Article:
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Thermo 5th Chap05 P121

Thermo 5th Chap05 P121

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04/30/2013

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5-77
Charging and Discharging Processes
5-121 A large reservoir supplies steam to a balloon whose initial state is specified. The final temperature in
the balloon and the boundary work are to be determined.
Analysis Noting that the volume changes linearly with the pressure, the final volume and the initial mass
are determined from
(Table A-6)
/kg
m
9367
.
1
C
150
kPa
100
3
1
1
1
=
°
=
=
v
T
P
Steam
50 m3
100 kPa
150°C
Steam
150 kPa
200°C
3
3
1
1
2
2
m
75
)
m
50
(
kPa
100
kPa
150
=
=
=
V
V
P
P
kg
82
.
25
/kg
m
1.9367m
50
3
3
1
1
1
=
=
=v
V
m
The final temperature may be determined if we first calculate specific
volume at the final state
/kg
m
4525
.
1
kg)
25.82
(
2
m
75
2
3
3
1
2
2
2
2
=
×
=
=
=
m
m
V
V
v
(Table A-6)
C
202.5°
=
=
=
2
3
2
2
/kg
m
4525
.
1
kPa
150
T
P
v
Noting again that the volume changes linearly with the pressure, the boundary work can be determined
from
kJ
3125
=
+
=
+
=
3
1
2
2
1
m
)
50
75
(
2
kPa
)
150
100
(
)
(
2
V
V
P
P
Wb
5-122 Steam in a supply line is allowed to enter an initially evacuated tank. The temperature of the steam in
the supply line and the flow work are to be determined.
Analysis Flow work of the steam in the supply line is converted to sensible internal energy in the tank.
That is,
4 MPa
Initially
evacuated
Steam
tank
line
u
h
=
where
(Table A-6)
kJ/kg
5
.
3189
C
550
MPa
4
tank
tank
tank
=
°
=
=
u
T
P
Now, the properties of steam in the line can be calculated
(Table A-6)
kJ/kg
5
.
2901
kJ/kg
5
.
3189
MPa
4
line
line
line
line
=
°
=
=
=
u
T
h
P
C
389.5
The flow work per unit mass is the difference between enthalpy and internal energy of the steam in the line
kJ/kg
288
=
=
=
5
.
2901
5
.
3189
line
line
flow
u
h
w
5-78
5-123 A vertical piston-cylinder device contains air at a specified state. Air is allowed to escape from the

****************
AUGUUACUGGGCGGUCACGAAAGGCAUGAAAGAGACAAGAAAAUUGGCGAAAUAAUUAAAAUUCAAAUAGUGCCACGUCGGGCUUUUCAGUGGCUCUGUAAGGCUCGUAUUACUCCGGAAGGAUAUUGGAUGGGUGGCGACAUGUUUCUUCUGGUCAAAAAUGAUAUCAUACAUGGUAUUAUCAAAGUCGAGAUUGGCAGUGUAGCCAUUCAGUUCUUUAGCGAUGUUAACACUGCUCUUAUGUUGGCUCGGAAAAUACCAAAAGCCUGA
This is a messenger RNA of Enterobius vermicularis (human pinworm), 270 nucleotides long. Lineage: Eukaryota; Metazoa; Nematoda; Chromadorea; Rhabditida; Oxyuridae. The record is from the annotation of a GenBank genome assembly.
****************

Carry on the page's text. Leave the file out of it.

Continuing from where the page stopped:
cylinder by a valve connected to the cylinder. The final temperature and the boundary work are to be
determined.
Properties The gas constant of air isR = 0.287 kJ/kg.K (Table A-1).
Air
Air
0.25 m3
600 kPa
300°C
Analysis The initial and final masses in the cylinder are
3
3
1
1
1
m
9121
.
0
K)
273
00
kJ/kg.K)(3
287
.
0
(
)
m
kPa)(0.25
600
(
=
+
=
=RT
P
m
V
kg
2280
.
0
kg)
9121
.
0
(
25
.
0
25
.
0
1
2
=
=
=
m
m
Then the final temperature becomes
K
458.4
=
=
=
kJ/kg.K)
287
.
0
(
kg)
2280
.
0
(
)
m
kPa)(0.05
600
(
3
2
2
2
R
m
P
T
V
Noting that pressure remains constant during the process, the boundary work is determined from
kJ
120
=
=
=
3
2
1
0.05)m
kPa)(0.25
(600
)
(
V
V
P
Wb
5-124 Helium flows from a supply line to an initially evacuated tank. The flow work of the helium in the
supply line and the final temperature of the helium in the tank are to be determined.
Properties The properties of helium areR = 2.0769 kJ/kg.K,cp = 5.1926 kJ/kg.K,cv = 3.1156 kJ/kg.K
(Table A-2a).
Analysis The flow work is determined from its definition but
we first determine the specific volume
200 kPa, 120°C
Initially
evacuated
Helium
/kg
m
0811
.
4
kPa)
200
(
K)
273
20
kJ/kg.K)(1
0769
.
2
(
3
line
=
+
=
=P
RT
v
kJ/kg
816.2
=
=
=
/kg)
m
1
kPa)(4.081
200
(
3
flow
v
P
w
Noting that the flow work in the supply line is converted to
sensible internal energy in the tank, the final helium
temperature in the tank is determined as follows
K
655.0
=
→
=
→
=
=
+
=
=
=
tank
tank
tank
tank
-
line
line
line
tank
kJ/kg.K)
1156
.
3
(
kJ/kg
7
.
2040
kJ/kg
7
.
2040
K)